“I’m from the east.”
“Baltimore, Maryland.”
“I hear that is an interesting place!”
“You didn’t like it?”
“Not as much as it didn’t like me.”
“What brought you west?”
“Accidents, mostly.”
“How long have you lived here?”
“I don’t. I have stayed in the Pacific Northwest the last four winters. This will be my fifth, Hate willing.”
“How did you pick Portland?”
“It picked me. Then, one day my gimp ass is tired and ducks in here for a beer and my girl there adopted me, picked me out of the line up.”
“Nice coat—where’d you get it,” says Rex.
The slitherous ape nods at the approaching Land Lady and returns, “Her dead boyfriend’s coat. I don’t own one and she’s sick of seeing me in my one black jack.”
Rex smiles, “You are lucky in friends, I see. Me, I’ve tried church and senior groups, bingo…” uncomfortable pause, “How are people in the East?”
“When you hit Chicago they start judging you. By Pittsburgh, they find you wanting. Once you finally arrive on the East Coast, they will run you down on sight just because you aren’t in the cross walk.”
The big man sighs and raises his glass, then notes that an older lady has entered in a wheelchair, rises, arranges her space and makes certain she is parked as the Land Lady supervises in pleasant tones, like one of Santa’s elves.
As the four of us sit, Rex continues, “I’ve just discovered that church people, well, they aren’t that friendly. It’ easier to make friends with people who do this. Of course, I drink too much. I believe in Heaven, I do.”
The Easterner grins, “You are in good company, Rex. What are you drinking?” as he rises and picks up the Land Lady’s glass to get it refilled.
“Oh, I’ve had enough. I need to go after this.”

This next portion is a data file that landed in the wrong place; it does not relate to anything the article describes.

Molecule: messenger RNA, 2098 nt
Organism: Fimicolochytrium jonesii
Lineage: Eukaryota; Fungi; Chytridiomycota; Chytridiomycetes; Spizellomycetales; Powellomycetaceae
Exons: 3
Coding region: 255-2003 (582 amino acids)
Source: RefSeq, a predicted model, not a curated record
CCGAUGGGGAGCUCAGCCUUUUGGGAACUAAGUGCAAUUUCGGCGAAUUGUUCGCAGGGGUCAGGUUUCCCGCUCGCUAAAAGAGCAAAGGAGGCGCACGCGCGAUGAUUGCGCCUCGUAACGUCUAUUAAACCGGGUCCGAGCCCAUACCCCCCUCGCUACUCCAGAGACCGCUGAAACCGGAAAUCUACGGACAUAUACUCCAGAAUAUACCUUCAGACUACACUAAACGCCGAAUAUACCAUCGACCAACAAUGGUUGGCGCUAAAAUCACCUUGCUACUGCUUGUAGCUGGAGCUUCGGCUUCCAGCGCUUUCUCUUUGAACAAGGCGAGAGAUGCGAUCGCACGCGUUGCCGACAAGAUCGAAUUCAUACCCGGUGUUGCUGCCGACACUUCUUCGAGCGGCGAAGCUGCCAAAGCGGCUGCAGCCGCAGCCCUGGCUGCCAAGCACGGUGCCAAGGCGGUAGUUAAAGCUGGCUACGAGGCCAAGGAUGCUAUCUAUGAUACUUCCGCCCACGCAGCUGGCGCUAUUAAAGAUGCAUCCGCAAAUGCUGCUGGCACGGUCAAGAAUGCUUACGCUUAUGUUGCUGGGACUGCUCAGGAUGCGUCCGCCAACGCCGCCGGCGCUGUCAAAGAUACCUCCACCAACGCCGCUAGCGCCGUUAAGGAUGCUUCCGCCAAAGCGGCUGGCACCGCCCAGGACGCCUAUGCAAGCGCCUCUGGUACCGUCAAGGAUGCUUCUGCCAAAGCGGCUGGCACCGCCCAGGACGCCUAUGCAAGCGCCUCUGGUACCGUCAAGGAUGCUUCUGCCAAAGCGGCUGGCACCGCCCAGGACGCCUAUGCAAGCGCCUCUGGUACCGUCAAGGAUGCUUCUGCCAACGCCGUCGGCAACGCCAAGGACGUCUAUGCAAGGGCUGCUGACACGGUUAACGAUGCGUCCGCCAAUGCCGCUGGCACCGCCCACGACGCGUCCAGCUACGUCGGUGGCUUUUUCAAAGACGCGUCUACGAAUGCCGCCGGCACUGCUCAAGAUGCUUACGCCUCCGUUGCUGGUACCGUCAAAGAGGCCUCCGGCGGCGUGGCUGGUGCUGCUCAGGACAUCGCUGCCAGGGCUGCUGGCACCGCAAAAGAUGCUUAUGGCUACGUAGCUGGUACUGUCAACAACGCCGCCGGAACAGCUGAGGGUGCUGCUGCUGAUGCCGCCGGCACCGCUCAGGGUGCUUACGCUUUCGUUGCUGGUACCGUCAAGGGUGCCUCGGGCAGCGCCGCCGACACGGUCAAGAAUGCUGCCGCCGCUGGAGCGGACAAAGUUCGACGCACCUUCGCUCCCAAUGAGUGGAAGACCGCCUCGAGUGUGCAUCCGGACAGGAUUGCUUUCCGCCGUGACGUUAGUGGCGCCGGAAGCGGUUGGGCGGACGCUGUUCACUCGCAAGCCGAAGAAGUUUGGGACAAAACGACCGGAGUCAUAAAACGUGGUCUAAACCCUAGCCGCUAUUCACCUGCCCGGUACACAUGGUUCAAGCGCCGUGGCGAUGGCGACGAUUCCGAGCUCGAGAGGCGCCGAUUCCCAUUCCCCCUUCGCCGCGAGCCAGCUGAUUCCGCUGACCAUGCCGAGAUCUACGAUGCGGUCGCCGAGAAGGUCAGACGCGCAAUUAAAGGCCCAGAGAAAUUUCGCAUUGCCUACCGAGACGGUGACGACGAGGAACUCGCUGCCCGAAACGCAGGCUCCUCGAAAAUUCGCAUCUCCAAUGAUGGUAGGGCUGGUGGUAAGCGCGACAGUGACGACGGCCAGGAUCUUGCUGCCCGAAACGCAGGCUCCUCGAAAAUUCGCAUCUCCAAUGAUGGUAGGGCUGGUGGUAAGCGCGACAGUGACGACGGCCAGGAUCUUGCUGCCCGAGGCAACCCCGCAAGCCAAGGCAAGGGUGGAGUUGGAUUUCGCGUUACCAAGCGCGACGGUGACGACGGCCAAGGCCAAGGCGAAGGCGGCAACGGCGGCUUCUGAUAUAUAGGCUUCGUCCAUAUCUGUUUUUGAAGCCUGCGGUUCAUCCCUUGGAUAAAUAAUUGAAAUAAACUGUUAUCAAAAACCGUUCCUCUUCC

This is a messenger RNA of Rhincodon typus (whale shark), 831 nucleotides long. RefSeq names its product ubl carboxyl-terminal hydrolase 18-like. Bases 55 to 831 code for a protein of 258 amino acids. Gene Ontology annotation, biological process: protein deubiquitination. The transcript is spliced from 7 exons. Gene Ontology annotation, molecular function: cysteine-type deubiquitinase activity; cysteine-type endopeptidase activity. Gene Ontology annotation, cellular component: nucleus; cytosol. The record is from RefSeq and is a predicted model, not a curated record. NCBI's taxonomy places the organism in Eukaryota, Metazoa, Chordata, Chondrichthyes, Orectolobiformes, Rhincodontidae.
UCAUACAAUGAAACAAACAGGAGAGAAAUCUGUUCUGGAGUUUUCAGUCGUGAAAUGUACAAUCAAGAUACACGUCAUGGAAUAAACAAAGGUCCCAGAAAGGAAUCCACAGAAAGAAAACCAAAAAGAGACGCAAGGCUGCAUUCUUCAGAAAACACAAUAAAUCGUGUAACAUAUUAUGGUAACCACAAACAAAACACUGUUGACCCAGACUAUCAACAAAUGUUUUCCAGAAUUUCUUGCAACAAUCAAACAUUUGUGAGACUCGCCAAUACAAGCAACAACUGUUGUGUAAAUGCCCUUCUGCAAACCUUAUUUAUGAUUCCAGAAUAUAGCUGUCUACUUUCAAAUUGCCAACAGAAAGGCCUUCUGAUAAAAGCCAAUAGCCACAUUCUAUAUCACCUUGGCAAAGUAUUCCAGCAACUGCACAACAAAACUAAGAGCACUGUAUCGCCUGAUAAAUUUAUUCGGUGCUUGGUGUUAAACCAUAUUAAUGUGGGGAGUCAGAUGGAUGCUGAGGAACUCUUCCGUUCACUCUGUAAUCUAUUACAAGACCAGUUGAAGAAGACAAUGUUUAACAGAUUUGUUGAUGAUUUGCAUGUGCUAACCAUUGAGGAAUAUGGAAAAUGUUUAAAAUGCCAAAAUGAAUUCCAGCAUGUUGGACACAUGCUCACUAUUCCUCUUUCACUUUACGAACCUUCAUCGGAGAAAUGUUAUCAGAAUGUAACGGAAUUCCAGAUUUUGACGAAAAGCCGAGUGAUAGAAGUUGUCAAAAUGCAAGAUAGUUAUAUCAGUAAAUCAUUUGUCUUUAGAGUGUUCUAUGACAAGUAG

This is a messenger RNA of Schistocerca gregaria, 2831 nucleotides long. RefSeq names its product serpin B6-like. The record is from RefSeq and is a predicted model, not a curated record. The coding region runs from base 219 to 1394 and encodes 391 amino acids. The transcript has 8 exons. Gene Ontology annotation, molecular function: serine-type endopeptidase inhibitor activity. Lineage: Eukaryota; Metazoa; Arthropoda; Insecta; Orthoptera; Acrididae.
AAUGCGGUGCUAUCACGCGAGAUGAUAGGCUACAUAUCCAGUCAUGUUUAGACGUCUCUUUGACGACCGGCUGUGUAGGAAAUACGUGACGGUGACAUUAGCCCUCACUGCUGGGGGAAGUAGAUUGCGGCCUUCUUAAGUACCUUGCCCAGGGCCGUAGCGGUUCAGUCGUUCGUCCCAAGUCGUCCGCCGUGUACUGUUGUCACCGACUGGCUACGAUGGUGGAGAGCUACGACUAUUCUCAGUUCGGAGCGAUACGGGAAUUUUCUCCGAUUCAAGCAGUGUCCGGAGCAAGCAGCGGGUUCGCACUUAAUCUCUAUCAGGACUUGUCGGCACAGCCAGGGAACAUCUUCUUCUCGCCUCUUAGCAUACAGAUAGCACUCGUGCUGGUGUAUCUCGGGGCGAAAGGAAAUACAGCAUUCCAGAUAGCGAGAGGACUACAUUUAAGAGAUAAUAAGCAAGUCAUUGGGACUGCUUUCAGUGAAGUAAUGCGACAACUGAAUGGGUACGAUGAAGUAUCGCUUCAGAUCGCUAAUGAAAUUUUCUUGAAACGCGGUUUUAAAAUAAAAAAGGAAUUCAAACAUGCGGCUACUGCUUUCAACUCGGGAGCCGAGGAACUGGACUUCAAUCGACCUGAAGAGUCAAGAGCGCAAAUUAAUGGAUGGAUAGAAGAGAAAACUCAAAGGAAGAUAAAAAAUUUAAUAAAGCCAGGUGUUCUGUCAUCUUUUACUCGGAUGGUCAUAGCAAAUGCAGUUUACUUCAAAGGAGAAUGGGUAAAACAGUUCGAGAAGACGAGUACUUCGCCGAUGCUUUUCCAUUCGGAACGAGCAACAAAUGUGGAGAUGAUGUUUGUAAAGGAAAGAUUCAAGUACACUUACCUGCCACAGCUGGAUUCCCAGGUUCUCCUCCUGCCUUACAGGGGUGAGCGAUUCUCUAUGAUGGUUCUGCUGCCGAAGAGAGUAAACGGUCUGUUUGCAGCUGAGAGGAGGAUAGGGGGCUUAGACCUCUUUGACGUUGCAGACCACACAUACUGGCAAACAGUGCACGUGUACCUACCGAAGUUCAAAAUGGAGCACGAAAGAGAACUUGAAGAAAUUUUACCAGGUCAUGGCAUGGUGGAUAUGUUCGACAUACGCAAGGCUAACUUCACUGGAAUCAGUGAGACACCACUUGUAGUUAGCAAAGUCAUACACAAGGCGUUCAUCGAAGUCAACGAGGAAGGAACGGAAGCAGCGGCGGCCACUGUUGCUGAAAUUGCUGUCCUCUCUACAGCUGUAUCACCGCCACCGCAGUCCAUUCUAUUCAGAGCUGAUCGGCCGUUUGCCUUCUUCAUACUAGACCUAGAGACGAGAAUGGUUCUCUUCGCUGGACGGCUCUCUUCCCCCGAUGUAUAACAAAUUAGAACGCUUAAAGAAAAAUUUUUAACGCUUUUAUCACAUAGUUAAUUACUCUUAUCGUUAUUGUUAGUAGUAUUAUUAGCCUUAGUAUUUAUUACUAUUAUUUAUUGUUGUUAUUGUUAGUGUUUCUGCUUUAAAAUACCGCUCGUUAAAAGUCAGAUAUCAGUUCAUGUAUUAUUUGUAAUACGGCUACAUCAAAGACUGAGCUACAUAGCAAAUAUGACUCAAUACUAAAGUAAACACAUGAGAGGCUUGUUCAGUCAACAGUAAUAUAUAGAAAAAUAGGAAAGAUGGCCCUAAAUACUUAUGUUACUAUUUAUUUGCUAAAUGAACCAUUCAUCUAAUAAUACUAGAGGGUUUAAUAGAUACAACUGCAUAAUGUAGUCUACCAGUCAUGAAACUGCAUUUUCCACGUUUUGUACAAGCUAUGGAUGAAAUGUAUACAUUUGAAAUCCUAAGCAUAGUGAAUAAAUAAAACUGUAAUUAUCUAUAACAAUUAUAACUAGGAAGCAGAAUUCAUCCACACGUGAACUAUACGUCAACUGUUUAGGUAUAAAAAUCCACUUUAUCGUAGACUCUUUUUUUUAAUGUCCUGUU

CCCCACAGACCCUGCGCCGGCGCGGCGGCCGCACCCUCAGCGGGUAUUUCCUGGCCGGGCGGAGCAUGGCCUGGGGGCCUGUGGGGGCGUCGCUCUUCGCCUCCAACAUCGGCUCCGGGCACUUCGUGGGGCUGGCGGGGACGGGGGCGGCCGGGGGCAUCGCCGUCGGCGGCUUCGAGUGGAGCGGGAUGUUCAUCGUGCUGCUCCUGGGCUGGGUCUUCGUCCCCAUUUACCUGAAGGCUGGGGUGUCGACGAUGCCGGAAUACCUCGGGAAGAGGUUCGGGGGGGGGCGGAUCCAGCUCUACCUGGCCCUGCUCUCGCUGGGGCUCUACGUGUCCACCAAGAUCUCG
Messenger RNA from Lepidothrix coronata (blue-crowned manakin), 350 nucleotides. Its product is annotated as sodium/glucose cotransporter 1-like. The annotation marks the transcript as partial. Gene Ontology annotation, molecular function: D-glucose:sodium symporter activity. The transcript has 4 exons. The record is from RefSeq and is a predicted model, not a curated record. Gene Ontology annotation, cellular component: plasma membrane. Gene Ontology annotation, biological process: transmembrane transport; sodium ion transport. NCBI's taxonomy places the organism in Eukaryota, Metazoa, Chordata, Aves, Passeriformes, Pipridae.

The Land Lady then asks, “Rex, what are you doing for Thanksgiving?”
“I was going to bake a chicken leg.”
“You don’t have any family?”
“No, I’m seventy-six—won the longevity booby prize and got left behind.”
She then pulled out a notepad from wherever little women keep these things, produces a pen, writes out some information, rises and hands it to Rex.
“Rex, you are welcome to come and visit with us any time after noon. If you need a drive, call this number and somebody will come get you.”
Rex thanked the Lady and the Lizard. As he walked to the bar to cash out she asked, “Should I drive him?”
“He’ll be okay. He takes the bus down to 60th, won’t have to cross the street.”
“That poor man, he lost who, a wife or a girlfriend?”
“Both, in multiple editions, hopefully not all at the same time.”
“At least he accepted the offer. I recall you declining and staying in that cold garage, rather than have dinner with me.”
“Well, I didn’t know how many hobos you had buried under the house with the remarkably fertile flower beds—for instance, this guy with the $500 El Paso coat.”
“Whatever! CrayCray!” judged the Land Lady
-James, Island of Broken Man Toys
Ghost Criminal
harm city to chicongo
when you're food
on combat
songs of aryаs
by the wine dark sea
broken dance
the greatest boxer
your trojan whorse
crag mouth